You’ll depart at the very start of the tide from the East Quay at Wells, as the sea flows into the salt marsh. The journey lasts between 3-4 hours, in a traditional 1960s wooden mussel flat travelling under sail and oar through the protected north Norfolk creeks, or by crab or whelk boat if the tide is very high. You’ll return on the outgoing tide, brought safely back to the Wells pontoon.

Day 2
Return of the Geese

Return of the Geese

The sight of pink foot geese taking flight at dawn is one of nature’s most magnificent winter spectacles. But if prising yourself from bed on a frosty morning is just too painful, you can still witness the geese returning to their roosting grounds as the light fades to dusk. Numbers have been increasing over the last 50 years, with upwards of 100,000 now wintering in Norfolk.

During the day the geese are scattered across the Norfolk fields, shy and hard to spot, moving in grey clusters over the muddy land where they grub for sugar beet tops, searching for root crops rich in carbohydrates. But at the end of an autumn or winter afternoon, try waiting on Lady Anne’s Drive at Holkham. Watch the landward horizon, for this is where they’ll appear. Listen for their calls, piercing the leaden sky until a faint V-shaped skein comes into view. Keep your eyes on it until you see a multitude, fluctuating as formations take turns to lead the flocks.

The skies grow loud and shapes become sharper as they close the distance towards you, arriving in waves. The air is alive with noise, a rowdy hubbub of gathering geese. It’s a little like a starling murmuration, except these birds are almost as big as swans. Then they drop onto the marsh, hoards from the Icelandic Highlands plunging in wheeling spirals. They land. And suddenly it’s silent. You’ve witnessed something truly extraordinary. Now…time to find a nice warm pub!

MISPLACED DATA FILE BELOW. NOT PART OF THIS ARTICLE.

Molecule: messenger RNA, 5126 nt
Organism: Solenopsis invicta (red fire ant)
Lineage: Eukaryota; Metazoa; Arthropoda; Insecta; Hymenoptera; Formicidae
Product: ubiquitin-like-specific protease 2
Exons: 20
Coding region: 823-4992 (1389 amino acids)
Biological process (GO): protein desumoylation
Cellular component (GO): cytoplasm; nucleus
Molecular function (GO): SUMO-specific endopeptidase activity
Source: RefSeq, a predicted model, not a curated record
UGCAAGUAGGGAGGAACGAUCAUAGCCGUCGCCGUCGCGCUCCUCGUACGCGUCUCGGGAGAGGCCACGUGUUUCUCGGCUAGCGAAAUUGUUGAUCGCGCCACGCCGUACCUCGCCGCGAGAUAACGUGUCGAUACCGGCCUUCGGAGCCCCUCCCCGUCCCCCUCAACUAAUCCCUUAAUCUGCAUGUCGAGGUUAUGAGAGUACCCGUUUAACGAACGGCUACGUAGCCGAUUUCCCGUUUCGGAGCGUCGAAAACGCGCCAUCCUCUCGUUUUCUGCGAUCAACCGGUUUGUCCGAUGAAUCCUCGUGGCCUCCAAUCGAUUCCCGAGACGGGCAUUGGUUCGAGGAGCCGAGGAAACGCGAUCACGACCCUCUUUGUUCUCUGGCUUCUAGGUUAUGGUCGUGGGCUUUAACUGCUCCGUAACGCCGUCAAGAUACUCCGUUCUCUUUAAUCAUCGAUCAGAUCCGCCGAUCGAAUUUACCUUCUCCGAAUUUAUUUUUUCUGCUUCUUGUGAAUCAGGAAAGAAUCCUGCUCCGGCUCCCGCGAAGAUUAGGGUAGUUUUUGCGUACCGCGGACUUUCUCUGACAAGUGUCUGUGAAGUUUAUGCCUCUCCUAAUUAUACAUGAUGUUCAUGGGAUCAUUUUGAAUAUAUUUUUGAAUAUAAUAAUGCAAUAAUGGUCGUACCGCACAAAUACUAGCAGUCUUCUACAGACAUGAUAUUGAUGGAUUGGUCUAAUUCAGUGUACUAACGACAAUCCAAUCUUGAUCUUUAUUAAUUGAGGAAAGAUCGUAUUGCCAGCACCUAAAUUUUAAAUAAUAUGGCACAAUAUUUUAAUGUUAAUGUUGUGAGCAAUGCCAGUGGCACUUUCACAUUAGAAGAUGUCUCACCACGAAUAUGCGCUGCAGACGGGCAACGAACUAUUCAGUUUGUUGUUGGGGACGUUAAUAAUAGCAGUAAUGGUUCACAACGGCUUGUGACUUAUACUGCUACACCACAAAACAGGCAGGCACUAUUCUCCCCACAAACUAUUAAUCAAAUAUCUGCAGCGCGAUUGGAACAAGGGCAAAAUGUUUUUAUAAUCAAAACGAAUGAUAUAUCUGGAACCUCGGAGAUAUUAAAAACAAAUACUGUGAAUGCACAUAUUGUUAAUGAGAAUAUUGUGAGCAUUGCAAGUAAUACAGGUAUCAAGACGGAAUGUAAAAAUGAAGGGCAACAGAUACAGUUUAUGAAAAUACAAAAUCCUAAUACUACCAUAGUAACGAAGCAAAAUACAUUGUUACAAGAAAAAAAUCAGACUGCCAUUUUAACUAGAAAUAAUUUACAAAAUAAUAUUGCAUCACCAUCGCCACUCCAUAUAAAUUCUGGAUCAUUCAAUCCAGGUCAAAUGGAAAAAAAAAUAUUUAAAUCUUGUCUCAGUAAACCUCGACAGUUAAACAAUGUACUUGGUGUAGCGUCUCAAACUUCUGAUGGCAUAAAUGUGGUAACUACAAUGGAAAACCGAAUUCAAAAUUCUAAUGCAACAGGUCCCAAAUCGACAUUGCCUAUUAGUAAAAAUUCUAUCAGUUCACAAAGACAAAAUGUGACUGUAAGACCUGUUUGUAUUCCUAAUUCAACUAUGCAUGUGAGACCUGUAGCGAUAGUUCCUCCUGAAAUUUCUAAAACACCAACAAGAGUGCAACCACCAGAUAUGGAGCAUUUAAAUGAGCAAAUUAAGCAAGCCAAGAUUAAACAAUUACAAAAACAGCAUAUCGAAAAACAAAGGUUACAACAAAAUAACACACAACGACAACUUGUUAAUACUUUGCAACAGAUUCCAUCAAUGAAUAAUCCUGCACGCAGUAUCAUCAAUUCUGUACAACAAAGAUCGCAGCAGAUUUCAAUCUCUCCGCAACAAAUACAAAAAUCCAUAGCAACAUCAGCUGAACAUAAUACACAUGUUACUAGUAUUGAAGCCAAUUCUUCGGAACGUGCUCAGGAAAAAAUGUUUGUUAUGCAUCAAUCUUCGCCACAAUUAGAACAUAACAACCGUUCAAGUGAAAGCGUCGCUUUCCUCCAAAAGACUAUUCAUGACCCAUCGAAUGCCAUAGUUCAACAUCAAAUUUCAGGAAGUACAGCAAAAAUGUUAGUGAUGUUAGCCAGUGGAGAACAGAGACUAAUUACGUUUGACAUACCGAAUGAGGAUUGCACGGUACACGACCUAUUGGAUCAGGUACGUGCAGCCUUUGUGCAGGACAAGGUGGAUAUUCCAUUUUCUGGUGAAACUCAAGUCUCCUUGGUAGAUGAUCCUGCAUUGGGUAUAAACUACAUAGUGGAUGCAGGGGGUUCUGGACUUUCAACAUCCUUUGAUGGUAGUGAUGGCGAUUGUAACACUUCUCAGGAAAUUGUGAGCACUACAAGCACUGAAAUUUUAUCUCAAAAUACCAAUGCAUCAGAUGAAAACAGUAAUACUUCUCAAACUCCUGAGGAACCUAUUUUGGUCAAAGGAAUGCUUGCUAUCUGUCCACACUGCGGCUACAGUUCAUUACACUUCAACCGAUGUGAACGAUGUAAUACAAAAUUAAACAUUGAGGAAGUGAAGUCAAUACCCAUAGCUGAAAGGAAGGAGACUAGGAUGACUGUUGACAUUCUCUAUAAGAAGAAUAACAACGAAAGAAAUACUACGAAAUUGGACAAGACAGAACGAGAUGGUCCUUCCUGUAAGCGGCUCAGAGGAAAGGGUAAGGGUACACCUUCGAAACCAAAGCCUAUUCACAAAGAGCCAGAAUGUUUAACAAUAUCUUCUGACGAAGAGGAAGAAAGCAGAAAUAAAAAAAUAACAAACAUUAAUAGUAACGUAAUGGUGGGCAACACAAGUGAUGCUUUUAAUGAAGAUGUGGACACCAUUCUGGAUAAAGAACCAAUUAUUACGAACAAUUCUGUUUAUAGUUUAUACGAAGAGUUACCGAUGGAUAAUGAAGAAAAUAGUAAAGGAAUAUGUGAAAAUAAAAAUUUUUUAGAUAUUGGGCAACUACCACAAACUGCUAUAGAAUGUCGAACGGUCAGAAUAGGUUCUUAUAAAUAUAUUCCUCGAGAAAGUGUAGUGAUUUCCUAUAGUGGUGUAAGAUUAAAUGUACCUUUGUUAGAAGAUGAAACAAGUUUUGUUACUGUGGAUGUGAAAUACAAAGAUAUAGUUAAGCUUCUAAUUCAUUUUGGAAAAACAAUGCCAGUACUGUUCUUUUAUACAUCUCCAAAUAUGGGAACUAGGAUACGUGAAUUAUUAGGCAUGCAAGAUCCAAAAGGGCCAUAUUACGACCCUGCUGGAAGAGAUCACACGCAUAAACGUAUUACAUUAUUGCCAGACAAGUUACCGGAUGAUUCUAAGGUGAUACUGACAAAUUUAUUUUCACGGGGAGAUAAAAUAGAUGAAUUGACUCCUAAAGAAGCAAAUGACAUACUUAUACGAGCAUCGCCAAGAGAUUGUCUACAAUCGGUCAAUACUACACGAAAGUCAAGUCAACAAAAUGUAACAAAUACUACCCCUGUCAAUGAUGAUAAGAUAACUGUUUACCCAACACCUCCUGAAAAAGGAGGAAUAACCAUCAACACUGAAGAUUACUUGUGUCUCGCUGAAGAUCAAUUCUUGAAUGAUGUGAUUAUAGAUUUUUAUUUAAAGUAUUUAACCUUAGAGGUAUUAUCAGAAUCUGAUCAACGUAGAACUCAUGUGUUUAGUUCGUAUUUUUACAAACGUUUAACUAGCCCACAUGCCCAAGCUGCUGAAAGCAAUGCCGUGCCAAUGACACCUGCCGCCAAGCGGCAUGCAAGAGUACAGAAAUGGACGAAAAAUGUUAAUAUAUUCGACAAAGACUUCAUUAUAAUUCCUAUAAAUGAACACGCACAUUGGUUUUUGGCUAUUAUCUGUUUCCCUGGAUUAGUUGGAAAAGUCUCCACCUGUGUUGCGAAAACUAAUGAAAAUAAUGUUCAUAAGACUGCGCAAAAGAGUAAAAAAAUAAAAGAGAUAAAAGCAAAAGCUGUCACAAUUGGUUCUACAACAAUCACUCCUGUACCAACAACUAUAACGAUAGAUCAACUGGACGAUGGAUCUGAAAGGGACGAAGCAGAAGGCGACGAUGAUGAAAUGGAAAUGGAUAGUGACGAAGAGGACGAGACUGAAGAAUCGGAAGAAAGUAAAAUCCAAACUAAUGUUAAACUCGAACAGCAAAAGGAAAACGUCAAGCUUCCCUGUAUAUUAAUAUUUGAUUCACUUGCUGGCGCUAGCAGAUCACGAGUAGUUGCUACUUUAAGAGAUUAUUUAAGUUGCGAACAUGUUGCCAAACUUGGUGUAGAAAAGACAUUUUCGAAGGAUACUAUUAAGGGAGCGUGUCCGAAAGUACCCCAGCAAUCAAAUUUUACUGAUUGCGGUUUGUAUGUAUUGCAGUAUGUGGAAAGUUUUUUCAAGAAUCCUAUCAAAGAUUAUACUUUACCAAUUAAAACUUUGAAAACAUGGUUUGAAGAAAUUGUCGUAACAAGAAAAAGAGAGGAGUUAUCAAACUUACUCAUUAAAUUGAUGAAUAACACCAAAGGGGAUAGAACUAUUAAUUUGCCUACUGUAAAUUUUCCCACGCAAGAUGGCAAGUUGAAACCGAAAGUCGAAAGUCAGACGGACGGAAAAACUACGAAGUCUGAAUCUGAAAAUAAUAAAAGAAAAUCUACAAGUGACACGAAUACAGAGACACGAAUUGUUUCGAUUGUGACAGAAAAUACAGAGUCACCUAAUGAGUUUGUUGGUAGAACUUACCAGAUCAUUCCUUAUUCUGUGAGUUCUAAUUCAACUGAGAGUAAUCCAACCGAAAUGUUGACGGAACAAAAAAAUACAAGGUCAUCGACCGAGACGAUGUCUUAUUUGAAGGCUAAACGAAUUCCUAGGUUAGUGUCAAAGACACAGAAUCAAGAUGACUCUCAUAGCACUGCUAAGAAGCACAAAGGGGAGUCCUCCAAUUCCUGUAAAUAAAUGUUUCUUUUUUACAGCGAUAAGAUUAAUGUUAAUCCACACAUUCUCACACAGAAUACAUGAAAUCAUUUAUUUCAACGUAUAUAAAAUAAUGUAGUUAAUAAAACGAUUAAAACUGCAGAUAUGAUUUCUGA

Fresh From the Sea

Fresh From the Sea

The small working harbour at Wells-Next-The-Sea has stunning views over shining mud creeks, shifting sand and wild saltmarsh. In winter inky black Brent geese fly low over the reeds and the masts of huddled dinghies, wrapped in their winter coats, clatter in the salty wind. Look out for the ‘Lifeboat Horse’ created by artist Rachel Long to honour the heroic horses who pulled lifeboats to the sea during the 1800s. The quiet winter season is a magical time to explore the narrow sheltered streets winding up from the blustery quayside.

If heavy weather rolls in, cosy up at Wells Maltings on Staithe Street. It features a state-of-the-art theatre, cinema, fabulous café, Heritage Centre, Visitor Information Centre, modern art gallery and spaces for community classes and events. With such a vibrant arts scene you’ll hope it rains again tomorrow! Don’t miss the giant whelk sculpture, which brings us to shellfish.

For thousands of years cold water currents have swept nutrients from Norway, resulting in a rich variety of seafood along the Norfolk coast. October to March, the cold weather season, is when the town’s mussel beds are seeded, ready to be harvested after 2.5 years. It’s hard work, but dedication and passion ensure Norfolk’s world class seafood. Wells has plenty of places to seek out these winter feasts from the sea. Try the Wells Crab House, Nelson’s Coffee House, Sands, Ollie’s, and Season. Where do they get their ingredients? All fresh from the sea!